ontological congruency


Richardson and St. Pierre (2005) talk about writing itself as part of the practice of researching. In the context of this research, not only writing but collaging, reading, painting, walking, creating hypertextual links became central research processes. Re-presenting this research through hypertext is not just about a different way to represent data and analysis; it reflects the ontological and epistemological places from which I research and write.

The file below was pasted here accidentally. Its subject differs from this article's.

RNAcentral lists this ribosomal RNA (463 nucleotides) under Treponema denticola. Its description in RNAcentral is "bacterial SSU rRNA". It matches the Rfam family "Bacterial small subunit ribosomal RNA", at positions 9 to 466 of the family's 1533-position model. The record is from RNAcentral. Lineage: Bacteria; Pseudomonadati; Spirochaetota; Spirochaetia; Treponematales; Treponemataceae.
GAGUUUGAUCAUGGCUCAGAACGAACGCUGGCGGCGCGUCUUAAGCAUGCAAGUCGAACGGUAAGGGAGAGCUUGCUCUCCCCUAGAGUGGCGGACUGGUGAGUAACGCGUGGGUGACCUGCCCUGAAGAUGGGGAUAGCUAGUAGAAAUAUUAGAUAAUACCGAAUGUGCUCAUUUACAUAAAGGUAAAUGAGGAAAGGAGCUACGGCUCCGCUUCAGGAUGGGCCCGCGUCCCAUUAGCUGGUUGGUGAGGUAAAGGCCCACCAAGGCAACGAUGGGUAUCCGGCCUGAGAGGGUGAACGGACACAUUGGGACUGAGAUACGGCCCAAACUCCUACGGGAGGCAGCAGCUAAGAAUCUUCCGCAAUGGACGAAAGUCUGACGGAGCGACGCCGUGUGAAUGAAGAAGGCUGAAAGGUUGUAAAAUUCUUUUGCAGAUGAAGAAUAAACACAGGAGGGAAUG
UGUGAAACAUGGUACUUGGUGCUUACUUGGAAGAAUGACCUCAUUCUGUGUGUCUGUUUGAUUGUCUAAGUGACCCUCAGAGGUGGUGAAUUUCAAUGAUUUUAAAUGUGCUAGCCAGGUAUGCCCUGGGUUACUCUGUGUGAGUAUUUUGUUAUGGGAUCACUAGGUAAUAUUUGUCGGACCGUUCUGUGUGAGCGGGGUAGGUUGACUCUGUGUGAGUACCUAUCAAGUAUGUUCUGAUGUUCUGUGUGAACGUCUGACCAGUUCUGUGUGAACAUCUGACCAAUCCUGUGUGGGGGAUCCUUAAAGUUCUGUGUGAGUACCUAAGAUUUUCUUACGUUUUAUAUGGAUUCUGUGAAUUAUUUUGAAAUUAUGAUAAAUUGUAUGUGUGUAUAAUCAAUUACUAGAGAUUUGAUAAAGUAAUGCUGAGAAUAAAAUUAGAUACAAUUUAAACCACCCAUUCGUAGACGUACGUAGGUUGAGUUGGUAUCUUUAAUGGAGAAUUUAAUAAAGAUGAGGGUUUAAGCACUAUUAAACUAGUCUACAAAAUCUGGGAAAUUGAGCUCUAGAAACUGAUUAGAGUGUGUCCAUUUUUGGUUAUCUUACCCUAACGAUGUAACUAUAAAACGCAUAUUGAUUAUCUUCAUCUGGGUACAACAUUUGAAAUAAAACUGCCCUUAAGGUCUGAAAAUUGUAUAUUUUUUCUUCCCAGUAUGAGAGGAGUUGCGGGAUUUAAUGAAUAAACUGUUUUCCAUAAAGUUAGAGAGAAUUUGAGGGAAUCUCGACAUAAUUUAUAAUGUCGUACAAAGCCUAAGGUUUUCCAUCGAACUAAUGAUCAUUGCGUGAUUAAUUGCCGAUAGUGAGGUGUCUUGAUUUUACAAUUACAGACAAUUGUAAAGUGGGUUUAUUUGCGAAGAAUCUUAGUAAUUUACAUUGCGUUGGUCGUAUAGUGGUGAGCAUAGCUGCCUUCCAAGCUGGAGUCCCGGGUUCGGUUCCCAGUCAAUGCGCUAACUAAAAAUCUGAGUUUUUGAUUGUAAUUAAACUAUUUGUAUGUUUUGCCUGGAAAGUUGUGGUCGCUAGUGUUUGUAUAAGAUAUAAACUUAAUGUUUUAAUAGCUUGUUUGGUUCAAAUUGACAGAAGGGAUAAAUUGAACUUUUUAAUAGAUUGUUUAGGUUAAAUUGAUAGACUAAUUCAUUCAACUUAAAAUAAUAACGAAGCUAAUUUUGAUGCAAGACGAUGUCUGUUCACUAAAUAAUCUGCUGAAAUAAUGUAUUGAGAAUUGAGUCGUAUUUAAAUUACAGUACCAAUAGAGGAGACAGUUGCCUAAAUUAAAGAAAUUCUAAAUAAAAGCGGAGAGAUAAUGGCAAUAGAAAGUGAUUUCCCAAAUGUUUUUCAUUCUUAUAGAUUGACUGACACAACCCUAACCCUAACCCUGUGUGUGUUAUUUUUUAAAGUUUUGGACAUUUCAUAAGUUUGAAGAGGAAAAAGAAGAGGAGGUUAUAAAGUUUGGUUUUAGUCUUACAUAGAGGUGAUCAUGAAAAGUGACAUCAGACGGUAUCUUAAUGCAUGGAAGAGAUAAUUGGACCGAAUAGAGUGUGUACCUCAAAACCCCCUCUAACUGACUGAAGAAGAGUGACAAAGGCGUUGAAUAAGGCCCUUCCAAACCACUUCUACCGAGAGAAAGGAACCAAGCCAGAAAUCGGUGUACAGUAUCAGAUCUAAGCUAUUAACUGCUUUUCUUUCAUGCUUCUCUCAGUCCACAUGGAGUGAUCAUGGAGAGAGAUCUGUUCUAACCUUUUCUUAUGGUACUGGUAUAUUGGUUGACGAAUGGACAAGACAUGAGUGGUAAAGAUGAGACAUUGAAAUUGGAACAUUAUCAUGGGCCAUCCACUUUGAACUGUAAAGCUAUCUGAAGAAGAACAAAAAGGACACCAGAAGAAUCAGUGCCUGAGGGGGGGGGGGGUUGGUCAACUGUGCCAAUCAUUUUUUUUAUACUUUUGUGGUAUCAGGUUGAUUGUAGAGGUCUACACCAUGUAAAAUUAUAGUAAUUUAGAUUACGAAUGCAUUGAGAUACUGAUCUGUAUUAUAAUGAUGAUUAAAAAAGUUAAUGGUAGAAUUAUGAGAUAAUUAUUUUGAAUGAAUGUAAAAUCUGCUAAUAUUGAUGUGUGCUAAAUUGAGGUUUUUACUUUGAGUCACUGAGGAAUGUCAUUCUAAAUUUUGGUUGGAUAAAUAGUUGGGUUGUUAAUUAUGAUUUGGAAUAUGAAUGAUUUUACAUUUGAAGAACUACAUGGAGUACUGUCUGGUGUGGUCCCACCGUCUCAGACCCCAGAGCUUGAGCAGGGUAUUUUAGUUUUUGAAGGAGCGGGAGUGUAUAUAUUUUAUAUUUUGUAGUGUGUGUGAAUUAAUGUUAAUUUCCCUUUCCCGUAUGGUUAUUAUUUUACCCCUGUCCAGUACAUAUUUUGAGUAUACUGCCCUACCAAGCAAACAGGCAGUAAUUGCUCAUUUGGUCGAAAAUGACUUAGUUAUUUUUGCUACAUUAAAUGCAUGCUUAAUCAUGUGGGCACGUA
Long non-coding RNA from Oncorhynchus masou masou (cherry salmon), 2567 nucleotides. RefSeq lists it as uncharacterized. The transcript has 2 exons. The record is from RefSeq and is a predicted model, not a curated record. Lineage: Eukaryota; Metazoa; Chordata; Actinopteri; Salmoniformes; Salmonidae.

Yet given that words can offer access to certain groups and deny access in others others (e.g. god, pagan), I have chosen, throughout this research, to speak in a variety of tongues. Yet underlying all of them is an understanding that the world is both physical/material and psychic/spiritual (Berry & Tucker, 2006), and that shifts in energy can prompt access to ancient ways of knowing. Whether using the languages of animism, quantum theory, or of spirit, the effect is similar: access to information, insight, and ideas that are not readily available or or in some cases, even thinkable, through one's intellect alone (see Laszlo, 2008).